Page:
The Consequences of Drinking and Driving in the Military

No matter who you are, getting behind the wheel after a few drinks is never a good idea. Drunk driving is dangerous, not to mention a serious problem with legal consequences that can affect you for the rest of your life. Enlisted members of the military are not exempt from these penalties either. In fact, the service can levy even more punishments for driving under the influence.

Drinking and driving in the service is a crime punishable by loss of rank or pay and the very real possibility of being forced to serve in restricted areas. This is in addition to the strict civilian penalties: loss of license, increased insurance premiums, heavy fines, and even jail time in certain cases. Legal fees for a DUI case can run upwards of $10,000. This alone is a great reason to avoid the situation in the first place.

Campaign to Curb the Problem

In recent years, the military has taken action to combat drunk driving by enlisted members. Since March of this year, the Navy has sent more than 13,000 breathalyzers to ships and shore stations all over the world. This should not be viewed as a punishment or a tool to “catch” service people in the act; rather, the use is non-disciplinary and intended to help find people who need help.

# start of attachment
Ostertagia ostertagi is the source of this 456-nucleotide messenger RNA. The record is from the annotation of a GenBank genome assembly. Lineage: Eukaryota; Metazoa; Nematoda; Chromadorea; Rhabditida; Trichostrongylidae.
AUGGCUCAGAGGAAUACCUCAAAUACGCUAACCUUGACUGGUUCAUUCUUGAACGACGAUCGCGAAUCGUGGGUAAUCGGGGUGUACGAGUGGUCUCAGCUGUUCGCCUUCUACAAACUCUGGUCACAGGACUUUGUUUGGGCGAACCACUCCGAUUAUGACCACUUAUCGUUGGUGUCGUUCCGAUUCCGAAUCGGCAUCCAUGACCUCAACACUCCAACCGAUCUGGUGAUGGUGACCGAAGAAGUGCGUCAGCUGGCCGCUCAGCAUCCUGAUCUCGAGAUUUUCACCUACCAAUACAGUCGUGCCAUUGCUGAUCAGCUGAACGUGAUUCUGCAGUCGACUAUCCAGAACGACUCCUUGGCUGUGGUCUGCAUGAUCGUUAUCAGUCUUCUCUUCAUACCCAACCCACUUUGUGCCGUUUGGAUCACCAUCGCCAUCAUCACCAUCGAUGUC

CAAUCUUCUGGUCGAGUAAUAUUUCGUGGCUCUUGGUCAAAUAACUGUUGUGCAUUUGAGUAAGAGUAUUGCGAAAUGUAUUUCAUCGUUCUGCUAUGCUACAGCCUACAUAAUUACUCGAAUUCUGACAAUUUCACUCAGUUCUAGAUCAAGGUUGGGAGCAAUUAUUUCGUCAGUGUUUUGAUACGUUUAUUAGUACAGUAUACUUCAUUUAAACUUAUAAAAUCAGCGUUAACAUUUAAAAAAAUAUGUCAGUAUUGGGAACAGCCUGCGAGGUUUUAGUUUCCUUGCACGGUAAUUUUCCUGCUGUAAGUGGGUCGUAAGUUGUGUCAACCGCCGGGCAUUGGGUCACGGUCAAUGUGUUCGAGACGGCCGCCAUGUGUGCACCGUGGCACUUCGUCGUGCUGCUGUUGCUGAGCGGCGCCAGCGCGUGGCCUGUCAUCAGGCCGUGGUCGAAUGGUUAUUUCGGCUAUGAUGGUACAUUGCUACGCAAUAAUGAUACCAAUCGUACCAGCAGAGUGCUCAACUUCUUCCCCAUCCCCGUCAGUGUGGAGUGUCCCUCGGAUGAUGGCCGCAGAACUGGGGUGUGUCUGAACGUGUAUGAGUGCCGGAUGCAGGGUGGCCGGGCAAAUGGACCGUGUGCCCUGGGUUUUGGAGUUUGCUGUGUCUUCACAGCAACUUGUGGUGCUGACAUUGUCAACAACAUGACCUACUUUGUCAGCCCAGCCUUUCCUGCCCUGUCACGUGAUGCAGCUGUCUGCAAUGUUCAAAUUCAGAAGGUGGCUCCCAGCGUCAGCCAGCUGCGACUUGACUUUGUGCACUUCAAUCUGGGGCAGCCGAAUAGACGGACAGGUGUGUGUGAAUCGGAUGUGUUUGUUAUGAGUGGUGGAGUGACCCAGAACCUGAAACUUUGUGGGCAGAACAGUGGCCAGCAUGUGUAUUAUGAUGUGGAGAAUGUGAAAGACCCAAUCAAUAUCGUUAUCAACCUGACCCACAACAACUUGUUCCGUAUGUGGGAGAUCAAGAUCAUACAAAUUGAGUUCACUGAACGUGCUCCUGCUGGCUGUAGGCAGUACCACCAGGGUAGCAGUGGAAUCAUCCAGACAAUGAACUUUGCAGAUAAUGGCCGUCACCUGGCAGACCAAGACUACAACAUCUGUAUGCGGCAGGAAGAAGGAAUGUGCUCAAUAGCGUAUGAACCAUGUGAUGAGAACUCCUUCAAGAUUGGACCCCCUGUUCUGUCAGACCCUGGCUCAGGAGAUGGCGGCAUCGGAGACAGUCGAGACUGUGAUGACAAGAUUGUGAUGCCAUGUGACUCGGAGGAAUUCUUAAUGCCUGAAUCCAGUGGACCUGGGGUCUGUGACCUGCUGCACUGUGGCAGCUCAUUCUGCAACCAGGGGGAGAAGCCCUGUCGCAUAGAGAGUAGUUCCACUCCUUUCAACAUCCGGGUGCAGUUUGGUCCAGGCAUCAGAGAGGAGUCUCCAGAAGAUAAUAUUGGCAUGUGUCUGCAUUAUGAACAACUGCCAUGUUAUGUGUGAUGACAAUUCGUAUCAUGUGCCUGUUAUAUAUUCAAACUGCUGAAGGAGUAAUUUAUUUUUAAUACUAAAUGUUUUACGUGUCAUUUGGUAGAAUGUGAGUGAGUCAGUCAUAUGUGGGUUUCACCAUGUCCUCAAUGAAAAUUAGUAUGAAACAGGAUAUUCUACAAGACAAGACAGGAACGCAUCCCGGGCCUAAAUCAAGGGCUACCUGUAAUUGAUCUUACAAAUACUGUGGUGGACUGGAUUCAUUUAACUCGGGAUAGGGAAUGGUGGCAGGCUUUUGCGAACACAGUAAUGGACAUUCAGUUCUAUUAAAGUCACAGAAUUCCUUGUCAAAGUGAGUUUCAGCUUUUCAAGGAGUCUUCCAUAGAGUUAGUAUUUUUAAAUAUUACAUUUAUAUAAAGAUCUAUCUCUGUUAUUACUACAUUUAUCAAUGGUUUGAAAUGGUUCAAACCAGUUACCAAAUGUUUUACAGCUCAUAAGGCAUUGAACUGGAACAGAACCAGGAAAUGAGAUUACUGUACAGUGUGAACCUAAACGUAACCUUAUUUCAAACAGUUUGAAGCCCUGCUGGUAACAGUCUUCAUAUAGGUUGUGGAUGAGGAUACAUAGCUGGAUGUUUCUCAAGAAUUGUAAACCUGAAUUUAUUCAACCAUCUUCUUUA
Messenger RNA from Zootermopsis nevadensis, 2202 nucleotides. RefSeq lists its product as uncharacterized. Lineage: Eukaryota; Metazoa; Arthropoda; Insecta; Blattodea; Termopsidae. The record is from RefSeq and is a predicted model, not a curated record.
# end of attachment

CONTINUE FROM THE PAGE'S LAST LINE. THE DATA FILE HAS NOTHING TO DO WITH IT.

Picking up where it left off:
The campaign, “Keep What You’ve Earned,” as well as past campaigns, such as “The Right Spirit,” have seen immense success in combating this dangerous problem. Navy DUIs have dropped 35% since 2006 and alcohol-related incidents decreased by 26%. This is a huge step in the right direction.

Alcohol Education Is Key

Education is one of the keys to combating this problem. Civilian anti-drinking and driving campaigns have an effect on military personnel, and programs that instruct drivers about the dangers of having even a sip too much have been beneficial and help add to the already impressive numbers.

A DUI conviction while in the military is a big deal that can lead to significant problems that follow you for the rest of your career...and the rest of your life. It’s not worth the risk. Remember, you don’t have to feel drunk to get a DUI. If you’re going to drink, think ahead: take public transportation, call a cab, or have a designated driver. Don’t gamble with your career, livelihood, or life. You could jeopardize someone else’s if you do.

Have you been impacted by a DUI? What advice do you have for other enlisted members? Please share your experiences and advice – it may just save someone from making the same mistake.

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